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difference between qr// and the use of the o modifier ?

by arhuman (Vicar)
on Jan 30, 2001 at 13:30 UTC ( #55214=perlquestion: print w/ replies, xml ) Need Help??
arhuman has asked for the wisdom of the Perl Monks concerning the following question:

What's the difference between:
$re=qr/foo/i; s/$re/bar/;
and
s/foo/bar/io;

Which is fastest ? most efficient/elegant ?
Sorry if my question is stupid, but I didn't find anything in my camel book (2nd edition) about qr

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Post 1000, /o vs qr//
by tilly (Archbishop) on Jan 30, 2001 at 14:25 UTC
    The fastest and most efficient in this case is:
    s/foo/bar/i;
    The difference between qr//, using /o, and using no flag is the time of binding variables in your pattern to the RE. If (as in this case) the pattern doesn't involve any variables, perl will recognize that at compile time and you should leave it to the interpreter. However if your pattern involves a variable, there are three basic possibilities.
    1. The safest assumption is that your variable may change at any time, and your pattern will need to be recompiled before each use. That is what you get by default.
    2. The fastest but most dangerous assumption is that your variable is a constant that never will change in the lifetime of your program. That is what /o is for.
    3. In between those two extremes you have cases where the programmer knows that a pattern will be used repeatedly but the variable it depends on may change. The qr// construct (which is explained in your local documentation, try perldoc perlop) is for this case. Here when you call qr// you are telling Perl exactly when to compile the pattern. I typically would do it in functions where I will be matching a pattern many times. I want the speedup, but I don't want to risk having my function work incorrectly if it is called twice.
    In older Perl's (say Camel 2 vintage) there wasn't a qr// operator (introduced in 5.004 IIRC). To get a similar effect people used to use eval to produce an anonymous subroutine that would do the match and had a hard-coded pattern. (By showing a friend how to do this I sped his data-cleaning-and-loading program up by 40%.) I mention this as a historical curiousity only, today you would just use qr// for this problem.

    Note
    This is my 1000'th post. I had thought about issuing some sort of general thank-you, but then I decided that the best kind of thank-you for finding both Perl and this site enjoyable is giving another explanation. If I didn't enjoy it, I wouldn't be here. :-)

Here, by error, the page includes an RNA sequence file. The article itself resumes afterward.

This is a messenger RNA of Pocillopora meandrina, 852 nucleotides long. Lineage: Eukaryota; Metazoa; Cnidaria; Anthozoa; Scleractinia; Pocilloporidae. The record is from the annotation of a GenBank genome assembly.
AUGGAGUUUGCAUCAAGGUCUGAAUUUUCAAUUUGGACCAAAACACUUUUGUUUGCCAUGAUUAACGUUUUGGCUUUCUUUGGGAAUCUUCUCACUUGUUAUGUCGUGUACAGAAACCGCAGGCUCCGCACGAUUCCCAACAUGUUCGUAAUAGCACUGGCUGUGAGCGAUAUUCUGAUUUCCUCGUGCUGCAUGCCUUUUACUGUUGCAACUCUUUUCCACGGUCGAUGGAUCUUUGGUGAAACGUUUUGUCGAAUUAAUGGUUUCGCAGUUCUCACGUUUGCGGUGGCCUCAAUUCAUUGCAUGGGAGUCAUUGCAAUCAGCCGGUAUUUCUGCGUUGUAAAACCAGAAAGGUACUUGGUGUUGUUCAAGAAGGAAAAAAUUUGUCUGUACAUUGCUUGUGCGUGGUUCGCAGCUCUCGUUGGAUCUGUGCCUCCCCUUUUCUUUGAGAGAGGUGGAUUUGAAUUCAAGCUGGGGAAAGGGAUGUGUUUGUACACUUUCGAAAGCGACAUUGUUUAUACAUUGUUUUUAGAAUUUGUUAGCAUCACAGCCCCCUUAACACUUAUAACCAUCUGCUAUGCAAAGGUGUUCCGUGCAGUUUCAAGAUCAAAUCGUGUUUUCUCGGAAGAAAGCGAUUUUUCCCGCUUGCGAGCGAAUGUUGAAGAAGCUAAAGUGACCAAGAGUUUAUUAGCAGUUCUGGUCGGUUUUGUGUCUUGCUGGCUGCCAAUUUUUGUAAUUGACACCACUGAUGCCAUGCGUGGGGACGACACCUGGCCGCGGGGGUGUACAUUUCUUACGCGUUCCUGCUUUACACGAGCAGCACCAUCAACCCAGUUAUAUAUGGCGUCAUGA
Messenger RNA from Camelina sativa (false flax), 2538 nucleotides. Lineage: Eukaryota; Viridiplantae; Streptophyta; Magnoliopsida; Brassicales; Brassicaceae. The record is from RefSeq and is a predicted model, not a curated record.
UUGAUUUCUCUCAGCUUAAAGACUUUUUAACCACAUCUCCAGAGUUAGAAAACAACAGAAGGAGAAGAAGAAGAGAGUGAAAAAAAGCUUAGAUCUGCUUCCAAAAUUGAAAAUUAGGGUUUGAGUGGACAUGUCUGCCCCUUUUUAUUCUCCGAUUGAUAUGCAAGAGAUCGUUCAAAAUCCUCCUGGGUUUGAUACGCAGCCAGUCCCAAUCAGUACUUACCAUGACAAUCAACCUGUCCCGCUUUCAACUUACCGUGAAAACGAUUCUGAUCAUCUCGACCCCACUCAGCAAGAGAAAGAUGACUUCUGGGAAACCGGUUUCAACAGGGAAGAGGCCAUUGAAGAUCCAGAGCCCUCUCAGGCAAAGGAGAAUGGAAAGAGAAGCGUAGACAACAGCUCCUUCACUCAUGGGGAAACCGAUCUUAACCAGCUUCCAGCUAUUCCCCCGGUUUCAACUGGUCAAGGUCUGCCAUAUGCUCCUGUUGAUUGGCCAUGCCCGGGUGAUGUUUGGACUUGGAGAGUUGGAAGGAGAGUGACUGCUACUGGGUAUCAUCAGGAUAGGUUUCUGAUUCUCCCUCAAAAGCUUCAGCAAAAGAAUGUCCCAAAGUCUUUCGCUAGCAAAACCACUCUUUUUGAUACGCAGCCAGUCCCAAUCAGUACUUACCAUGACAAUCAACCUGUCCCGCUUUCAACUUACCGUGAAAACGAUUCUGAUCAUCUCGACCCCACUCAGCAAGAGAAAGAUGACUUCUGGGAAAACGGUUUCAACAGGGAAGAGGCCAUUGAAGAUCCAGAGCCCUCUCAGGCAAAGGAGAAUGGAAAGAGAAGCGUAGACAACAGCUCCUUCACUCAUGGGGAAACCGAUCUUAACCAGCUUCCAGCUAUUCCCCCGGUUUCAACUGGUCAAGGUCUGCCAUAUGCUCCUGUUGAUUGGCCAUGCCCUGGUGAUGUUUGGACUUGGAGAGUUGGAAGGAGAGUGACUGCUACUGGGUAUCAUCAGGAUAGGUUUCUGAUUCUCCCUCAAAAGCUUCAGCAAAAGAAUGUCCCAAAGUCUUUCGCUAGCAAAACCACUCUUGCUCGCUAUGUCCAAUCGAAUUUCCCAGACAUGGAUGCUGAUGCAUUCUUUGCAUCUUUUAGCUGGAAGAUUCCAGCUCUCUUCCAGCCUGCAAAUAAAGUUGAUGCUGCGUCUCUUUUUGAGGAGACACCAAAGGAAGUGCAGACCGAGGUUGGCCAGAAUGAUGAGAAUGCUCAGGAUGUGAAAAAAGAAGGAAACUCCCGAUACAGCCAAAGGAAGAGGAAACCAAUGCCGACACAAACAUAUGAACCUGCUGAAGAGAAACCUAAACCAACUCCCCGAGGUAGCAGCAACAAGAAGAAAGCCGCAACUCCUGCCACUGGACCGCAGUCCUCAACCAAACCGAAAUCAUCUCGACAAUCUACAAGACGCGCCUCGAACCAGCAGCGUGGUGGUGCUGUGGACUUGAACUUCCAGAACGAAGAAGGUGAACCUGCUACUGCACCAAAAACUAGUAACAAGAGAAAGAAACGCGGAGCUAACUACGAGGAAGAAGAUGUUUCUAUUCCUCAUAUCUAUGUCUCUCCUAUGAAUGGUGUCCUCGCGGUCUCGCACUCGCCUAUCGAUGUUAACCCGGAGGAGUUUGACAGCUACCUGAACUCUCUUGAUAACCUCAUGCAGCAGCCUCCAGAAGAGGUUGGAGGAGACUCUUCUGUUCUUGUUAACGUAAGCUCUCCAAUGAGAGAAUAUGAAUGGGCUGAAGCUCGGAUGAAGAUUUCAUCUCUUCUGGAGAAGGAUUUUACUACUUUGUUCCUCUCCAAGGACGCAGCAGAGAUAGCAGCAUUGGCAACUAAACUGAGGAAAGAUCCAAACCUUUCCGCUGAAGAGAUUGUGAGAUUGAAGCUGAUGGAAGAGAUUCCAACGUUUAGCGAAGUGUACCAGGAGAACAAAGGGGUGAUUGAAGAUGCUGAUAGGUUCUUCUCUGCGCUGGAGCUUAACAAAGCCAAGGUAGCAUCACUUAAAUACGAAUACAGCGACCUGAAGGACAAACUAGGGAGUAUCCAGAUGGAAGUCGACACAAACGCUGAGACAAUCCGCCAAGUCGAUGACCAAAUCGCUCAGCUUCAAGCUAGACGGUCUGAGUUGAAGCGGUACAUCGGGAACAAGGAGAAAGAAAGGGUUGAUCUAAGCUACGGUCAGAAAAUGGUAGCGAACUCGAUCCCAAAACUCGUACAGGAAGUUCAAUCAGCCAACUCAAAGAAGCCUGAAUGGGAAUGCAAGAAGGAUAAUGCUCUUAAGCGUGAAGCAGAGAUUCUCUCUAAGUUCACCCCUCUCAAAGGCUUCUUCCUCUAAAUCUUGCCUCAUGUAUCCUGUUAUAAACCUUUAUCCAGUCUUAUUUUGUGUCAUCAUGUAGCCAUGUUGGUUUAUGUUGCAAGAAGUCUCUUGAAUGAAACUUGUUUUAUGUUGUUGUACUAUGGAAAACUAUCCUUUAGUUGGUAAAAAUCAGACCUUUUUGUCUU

Congratulations tilly! ++ for dedication ;)

      $japh->{'Caillte'} = $me;
      Thank you ! 2 times :
      For your (clear) answer.
      And for your dedication to the perlmonks community.
Re: difference between qr// and the use of the o modifier ?
by Caillte (Friar) on Jan 30, 2001 at 14:45 UTC

    s///o and qr// are pretty much the opposite of each other. If you make a regexp with the o argument you are basicly tellin the compiler that you will not change any of the variables associated with this regexp. Because of this perl will only ever compile this regexp once and will never change it, even if you do change the variables.

    qr// is used to compare a string for use in a regexp. Consider the following:

    $tofind = "some string"; while(<DATA>) { push @list, $_; } # Make a compiled list with qr @clist = map qr/$_/, @list; # Now run the two lists foreach (@list) { print "Found $tofind\n", last if($tofind =~ /$_/); } foreach (@clist) { print "Found $tofind\n", last if($tofind =~ /$_/); }

    Warning: This code was written by a sleepy, coffee deprived programmer first thing in the morning. It has not been tested and may not run, explode and/or set fire to your computer.

    The second loop, with @clist, will run faster as a lot of work has been done for the compiler already. Another possible use is when you have a list of patterns to match and you want to run some against certain rules (say case insensitivity) and some against others. You could either write a complicated set of subroutines or add extra data to flag which pattern had which requirement... or just precompile them all with qr!

    $japh->{'Caillte'} = $me;

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